Doctor Mary E. Walker (search for this): article 5
morning in the steamer Schultz for Varina, whence they will take the flag-of- truce boat North in exchange for an equal number of Confederates now confined in Yankee prisons. Among the number were sent from Castle Thunder the notorious Miss Doctor Mary E. Walker, Surgeons of the Fifty-second Ohio regiment, Dr. Culbertson and Hambleton, from Chambersburg, Pennsylvania, and Captain Samuel Stears, who was formerly a Yankee Custom-House officer. When Miss Dr. Walker emerged from the confines of thy-second Ohio regiment, Dr. Culbertson and Hambleton, from Chambersburg, Pennsylvania, and Captain Samuel Stears, who was formerly a Yankee Custom-House officer. When Miss Dr. Walker emerged from the confines of the Castle she gave vent to an audible huzzah, and raising her hat from her head made an obeisance to the officers of the prison, which plainly indicated that she had no regrets in leaving there, and would remember them in her communications which would be made after her arrival home.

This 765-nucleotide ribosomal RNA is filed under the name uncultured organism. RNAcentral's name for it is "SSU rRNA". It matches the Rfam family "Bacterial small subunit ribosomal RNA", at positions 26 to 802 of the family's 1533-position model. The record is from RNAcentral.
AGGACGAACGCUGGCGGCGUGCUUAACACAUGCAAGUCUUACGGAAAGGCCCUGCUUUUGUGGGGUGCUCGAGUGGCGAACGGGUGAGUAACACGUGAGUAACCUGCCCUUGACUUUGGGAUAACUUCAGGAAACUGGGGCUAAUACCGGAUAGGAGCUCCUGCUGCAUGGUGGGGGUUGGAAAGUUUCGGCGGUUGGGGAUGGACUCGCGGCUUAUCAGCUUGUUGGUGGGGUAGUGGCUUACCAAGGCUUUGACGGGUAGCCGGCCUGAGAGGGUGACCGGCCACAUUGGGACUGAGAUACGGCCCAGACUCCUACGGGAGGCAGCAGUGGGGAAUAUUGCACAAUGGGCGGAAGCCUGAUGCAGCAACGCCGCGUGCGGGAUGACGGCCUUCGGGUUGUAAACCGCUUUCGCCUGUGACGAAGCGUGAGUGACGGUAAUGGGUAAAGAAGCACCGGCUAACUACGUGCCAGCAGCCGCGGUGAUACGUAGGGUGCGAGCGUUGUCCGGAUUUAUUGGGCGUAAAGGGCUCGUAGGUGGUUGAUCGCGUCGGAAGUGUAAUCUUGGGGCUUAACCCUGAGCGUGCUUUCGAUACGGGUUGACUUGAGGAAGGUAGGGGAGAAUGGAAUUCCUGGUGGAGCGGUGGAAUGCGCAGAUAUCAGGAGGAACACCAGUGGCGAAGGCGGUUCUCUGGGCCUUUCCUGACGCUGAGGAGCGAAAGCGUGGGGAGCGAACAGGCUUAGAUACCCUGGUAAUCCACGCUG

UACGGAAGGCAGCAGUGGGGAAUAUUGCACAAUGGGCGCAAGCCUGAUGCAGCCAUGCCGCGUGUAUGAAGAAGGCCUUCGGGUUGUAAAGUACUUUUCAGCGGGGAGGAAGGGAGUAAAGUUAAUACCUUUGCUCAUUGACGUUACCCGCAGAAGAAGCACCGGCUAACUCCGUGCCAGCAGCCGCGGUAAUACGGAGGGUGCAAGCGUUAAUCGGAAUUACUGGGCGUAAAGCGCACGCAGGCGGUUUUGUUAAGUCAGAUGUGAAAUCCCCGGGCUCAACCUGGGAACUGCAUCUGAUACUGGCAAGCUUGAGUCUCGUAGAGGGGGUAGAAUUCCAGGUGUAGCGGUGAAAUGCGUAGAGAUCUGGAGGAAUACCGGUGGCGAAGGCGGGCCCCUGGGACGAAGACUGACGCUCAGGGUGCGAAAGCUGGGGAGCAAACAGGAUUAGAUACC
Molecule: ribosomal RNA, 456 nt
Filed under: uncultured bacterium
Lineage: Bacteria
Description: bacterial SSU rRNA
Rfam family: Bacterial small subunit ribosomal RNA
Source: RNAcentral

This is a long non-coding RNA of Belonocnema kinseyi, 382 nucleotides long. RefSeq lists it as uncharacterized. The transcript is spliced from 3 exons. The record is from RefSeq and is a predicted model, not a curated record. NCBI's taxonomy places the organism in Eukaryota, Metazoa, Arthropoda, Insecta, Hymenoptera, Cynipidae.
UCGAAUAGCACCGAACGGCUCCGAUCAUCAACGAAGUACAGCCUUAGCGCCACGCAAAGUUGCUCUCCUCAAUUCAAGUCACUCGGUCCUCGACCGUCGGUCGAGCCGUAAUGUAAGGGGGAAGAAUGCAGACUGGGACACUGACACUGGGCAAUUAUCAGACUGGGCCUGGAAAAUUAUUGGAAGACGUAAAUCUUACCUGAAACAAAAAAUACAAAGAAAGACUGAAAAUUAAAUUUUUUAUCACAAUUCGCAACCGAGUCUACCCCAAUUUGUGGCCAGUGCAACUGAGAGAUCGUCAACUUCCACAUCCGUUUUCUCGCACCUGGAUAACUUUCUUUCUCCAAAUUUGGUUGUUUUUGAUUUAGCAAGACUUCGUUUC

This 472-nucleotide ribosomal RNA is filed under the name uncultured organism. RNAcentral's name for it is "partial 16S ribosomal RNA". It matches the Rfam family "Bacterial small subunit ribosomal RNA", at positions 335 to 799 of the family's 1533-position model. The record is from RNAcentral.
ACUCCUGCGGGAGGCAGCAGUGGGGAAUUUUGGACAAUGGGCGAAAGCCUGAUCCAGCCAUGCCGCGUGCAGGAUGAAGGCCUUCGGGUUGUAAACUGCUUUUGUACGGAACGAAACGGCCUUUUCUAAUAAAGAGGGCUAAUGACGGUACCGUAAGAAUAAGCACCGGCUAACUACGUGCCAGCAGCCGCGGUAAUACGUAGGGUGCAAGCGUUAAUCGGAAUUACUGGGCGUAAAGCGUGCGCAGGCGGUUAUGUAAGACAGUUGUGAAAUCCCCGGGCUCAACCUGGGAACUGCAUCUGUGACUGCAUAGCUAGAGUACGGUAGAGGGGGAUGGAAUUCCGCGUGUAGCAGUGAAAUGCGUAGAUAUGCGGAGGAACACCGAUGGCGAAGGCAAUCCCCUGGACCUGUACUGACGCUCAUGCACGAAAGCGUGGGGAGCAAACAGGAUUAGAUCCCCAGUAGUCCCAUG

Culbertson (search for this): article 5
Departures by flag-of-truce. --Four hundred and twenty-five wounded Yankee soldiers, nurses, &c., left this city yesterday morning in the steamer Schultz for Varina, whence they will take the flag-of- truce boat North in exchange for an equal number of Confederates now confined in Yankee prisons. Among the number were sent from Castle Thunder the notorious Miss Doctor Mary E. Walker, Surgeons of the Fifty-second Ohio regiment, Dr. Culbertson and Hambleton, from Chambersburg, Pennsylvania, and Captain Samuel Stears, who was formerly a Yankee Custom-House officer. When Miss Dr. Walker emerged from the confines of the Castle she gave vent to an audible huzzah, and raising her hat from her head made an obeisance to the officers of the prison, which plainly indicated that she had no regrets in leaving there, and would remember them in her communications which would be made after her arrival home.